Bangtail elk test negative for brucellosis

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Elk capture

Elk are captured by helicopter before having their blood drawn. A portion of the captured elk are collared to monitor their movement.

One hundred samples taken in the last two years from cow elk in the Bangtail Mountains have tested negative for brucellosis exposure, according to Montana Fish, Wildlife & Parks.

The Bangtails are a small range that parallel the Bridger Mountains and are located between the Bridgers and Crazy Mountains in Hunting District 393.

The testing is part of Montana’s broader effort to sample and test cow elk for brucellosis exposure in what’s known as the Designated Surveillance Area. The DSA is spread across southwestern Montana and surrounds Yellowstone National Park.

The goal of monitoring the spread of brucellosis, which began in 2011, is to determine the presence of the disease in elk and understand the movement of elk populations. The research provides data to the Montana Department of Livestock to manage risk of disease transmission between elk and cattle.

Elk were also sampled this year in the Ruby Mountains, HD 322. FWP and DOL announced in February that two among 100 cow elk sampled in the Ruby Mountains tested positive for exposure to brucellosis, indicating they’ve been exposed to the disease. The Ruby Mountains are currently outside but near the boundary of the DSA.

In general, Bangtail elk winter in the foothills from Canyon Creek south to Interstate 90, and east to Highway 89 in the Shields Valley. One elk migrated west shortly after capture in late January to Bridger Canyon and has remained there.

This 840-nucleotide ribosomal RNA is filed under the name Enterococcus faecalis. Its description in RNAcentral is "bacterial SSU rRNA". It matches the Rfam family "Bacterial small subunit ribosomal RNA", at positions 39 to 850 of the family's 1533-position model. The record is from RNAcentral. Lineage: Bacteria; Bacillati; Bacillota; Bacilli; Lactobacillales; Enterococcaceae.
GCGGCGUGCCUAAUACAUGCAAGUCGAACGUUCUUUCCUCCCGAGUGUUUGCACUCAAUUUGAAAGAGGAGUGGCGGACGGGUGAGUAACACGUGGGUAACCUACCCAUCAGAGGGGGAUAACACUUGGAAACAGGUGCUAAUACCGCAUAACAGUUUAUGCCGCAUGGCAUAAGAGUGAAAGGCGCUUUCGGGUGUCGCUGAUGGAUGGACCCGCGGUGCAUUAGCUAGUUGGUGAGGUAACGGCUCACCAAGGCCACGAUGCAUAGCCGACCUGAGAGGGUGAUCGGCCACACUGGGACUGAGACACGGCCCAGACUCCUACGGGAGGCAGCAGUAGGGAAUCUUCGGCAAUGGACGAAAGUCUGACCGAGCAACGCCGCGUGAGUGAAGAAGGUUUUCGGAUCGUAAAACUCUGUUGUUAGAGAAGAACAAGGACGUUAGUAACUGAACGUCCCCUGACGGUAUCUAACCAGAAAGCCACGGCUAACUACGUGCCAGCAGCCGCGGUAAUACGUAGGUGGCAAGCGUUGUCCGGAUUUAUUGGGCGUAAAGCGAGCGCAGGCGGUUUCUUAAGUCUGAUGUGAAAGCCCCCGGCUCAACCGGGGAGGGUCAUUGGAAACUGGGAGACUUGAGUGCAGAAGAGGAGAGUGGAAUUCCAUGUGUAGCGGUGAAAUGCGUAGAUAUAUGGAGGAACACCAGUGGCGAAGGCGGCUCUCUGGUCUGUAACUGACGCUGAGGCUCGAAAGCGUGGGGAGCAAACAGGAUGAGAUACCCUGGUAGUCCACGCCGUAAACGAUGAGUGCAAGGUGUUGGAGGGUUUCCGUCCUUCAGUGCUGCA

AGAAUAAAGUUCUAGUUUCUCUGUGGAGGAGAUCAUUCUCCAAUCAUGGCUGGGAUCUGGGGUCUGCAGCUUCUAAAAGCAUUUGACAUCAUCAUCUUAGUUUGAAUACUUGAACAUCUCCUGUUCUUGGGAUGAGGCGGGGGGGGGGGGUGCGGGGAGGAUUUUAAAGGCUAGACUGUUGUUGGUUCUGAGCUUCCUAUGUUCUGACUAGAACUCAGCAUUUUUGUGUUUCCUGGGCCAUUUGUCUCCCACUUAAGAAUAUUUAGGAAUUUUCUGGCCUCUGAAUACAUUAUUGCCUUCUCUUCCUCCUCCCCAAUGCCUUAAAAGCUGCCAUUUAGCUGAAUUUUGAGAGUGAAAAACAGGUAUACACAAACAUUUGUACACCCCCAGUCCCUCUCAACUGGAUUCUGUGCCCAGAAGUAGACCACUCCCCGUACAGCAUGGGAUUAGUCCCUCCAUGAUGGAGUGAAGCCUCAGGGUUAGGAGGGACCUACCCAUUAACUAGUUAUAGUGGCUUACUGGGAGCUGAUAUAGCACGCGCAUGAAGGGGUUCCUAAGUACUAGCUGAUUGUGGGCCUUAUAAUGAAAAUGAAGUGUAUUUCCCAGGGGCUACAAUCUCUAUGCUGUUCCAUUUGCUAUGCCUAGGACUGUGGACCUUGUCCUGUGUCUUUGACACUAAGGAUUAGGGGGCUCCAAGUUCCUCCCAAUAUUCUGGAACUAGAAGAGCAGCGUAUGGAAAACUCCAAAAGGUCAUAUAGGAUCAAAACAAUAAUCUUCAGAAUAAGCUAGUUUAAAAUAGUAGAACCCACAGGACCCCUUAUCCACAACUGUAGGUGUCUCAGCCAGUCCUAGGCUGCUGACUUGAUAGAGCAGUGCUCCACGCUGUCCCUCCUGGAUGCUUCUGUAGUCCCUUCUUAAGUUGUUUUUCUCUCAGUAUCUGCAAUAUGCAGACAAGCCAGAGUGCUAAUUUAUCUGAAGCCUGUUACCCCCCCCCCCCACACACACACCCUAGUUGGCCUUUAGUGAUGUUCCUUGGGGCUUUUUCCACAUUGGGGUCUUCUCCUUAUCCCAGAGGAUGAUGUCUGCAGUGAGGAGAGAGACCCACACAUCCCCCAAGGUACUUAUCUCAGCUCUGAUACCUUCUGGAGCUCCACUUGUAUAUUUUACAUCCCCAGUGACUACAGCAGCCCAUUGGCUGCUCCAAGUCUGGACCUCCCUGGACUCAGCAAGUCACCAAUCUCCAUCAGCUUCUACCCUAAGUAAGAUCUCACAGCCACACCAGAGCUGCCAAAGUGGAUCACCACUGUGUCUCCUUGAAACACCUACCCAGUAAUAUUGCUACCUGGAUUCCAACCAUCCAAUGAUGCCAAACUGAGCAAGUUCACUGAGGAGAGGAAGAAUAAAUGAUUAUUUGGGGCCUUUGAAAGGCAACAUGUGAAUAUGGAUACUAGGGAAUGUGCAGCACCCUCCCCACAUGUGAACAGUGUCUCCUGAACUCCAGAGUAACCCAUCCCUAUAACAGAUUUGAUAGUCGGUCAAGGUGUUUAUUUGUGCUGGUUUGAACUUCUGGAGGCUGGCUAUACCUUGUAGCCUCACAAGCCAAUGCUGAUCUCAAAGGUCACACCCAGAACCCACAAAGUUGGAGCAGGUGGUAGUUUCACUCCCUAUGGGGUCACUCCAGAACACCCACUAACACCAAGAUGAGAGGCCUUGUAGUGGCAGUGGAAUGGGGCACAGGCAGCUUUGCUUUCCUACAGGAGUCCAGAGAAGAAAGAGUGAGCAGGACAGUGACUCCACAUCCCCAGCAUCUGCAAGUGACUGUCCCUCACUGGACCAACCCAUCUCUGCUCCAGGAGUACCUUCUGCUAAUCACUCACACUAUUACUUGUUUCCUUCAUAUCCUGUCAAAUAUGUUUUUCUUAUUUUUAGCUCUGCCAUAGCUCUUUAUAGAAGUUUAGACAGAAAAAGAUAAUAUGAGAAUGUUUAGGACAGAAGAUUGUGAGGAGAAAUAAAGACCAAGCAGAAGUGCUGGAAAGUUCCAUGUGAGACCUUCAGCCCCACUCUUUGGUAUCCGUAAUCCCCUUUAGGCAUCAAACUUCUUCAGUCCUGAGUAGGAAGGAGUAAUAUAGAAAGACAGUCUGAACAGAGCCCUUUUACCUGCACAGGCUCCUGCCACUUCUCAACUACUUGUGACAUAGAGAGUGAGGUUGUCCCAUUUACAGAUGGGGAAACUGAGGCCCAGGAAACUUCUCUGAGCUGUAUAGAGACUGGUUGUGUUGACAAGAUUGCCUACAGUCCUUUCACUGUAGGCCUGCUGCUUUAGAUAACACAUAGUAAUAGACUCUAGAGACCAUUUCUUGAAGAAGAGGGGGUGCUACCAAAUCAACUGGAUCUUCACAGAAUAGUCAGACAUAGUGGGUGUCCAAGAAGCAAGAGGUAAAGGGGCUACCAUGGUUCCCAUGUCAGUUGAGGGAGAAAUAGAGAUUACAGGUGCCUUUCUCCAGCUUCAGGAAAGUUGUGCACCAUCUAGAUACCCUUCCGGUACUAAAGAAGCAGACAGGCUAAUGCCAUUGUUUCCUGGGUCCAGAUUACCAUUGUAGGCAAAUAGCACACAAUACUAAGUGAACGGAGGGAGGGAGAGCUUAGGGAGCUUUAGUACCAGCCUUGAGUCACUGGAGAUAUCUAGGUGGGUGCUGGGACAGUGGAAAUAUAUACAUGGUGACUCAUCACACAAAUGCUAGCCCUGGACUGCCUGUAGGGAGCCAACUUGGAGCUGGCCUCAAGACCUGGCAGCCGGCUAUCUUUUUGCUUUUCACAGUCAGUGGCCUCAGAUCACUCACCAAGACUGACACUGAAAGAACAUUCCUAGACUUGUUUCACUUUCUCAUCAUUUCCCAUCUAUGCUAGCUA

The movement of one Bangtail elk south of Interstate 90 represents the potential for disease interchange between elk populations. Where the elk summered is adjacent to the Wineglass Mountain elk population of HD 314 in the northern Paradise Valley where brucellosis has been detected. Interchange between these two populations would represent a potential transmission route for brucellosis to expand north.

Brucellosis is a disease that can cause pregnant cattle, elk and bison to abort. The disease has been eradicated from cattle in the United States via vaccination programs but persists in wildlife in the Greater Yellowstone Ecosystem.

The bacterial disease can also infect humans, causing undulant fever. Brucellosis is primarily transmitted through contact with infected birth tissues and fluids.

As part of the effort to understand the epidemiology of brucellosis and the actual risk posed by seropositive animals, the birthing sites of seropositive elk that had been captured between 2011 and 2015 were tested for Brucella bacteria. At the end of a five-year monitoring period the elk were trapped and killed to determine if they were actively infected or were simply seropositive (which denotes they have been exposed to the bacteria at some point).

Veterinarians detected Brucella bacteria at three out of four abortion and two out of 61 live birth sites, suggesting that Brucella bacteria is typically found at abortions but not at live births.

Out of 18 necropsies that tested 427 tissues on seropositive elk, Brucella bacteria was found in only three elk.

Based on the information, FWP concluded that Brucella is difficult to culture and that seropositive elk may not harbor widespread infections of Brucella bacteria. 

For more information about brucellosis and the Targeted Elk Brucellosis Surveillance Project, visit fwp.mt.gov/fishAndWildlife/diseasesAndResearch/healthPrograms/brucellosis/.


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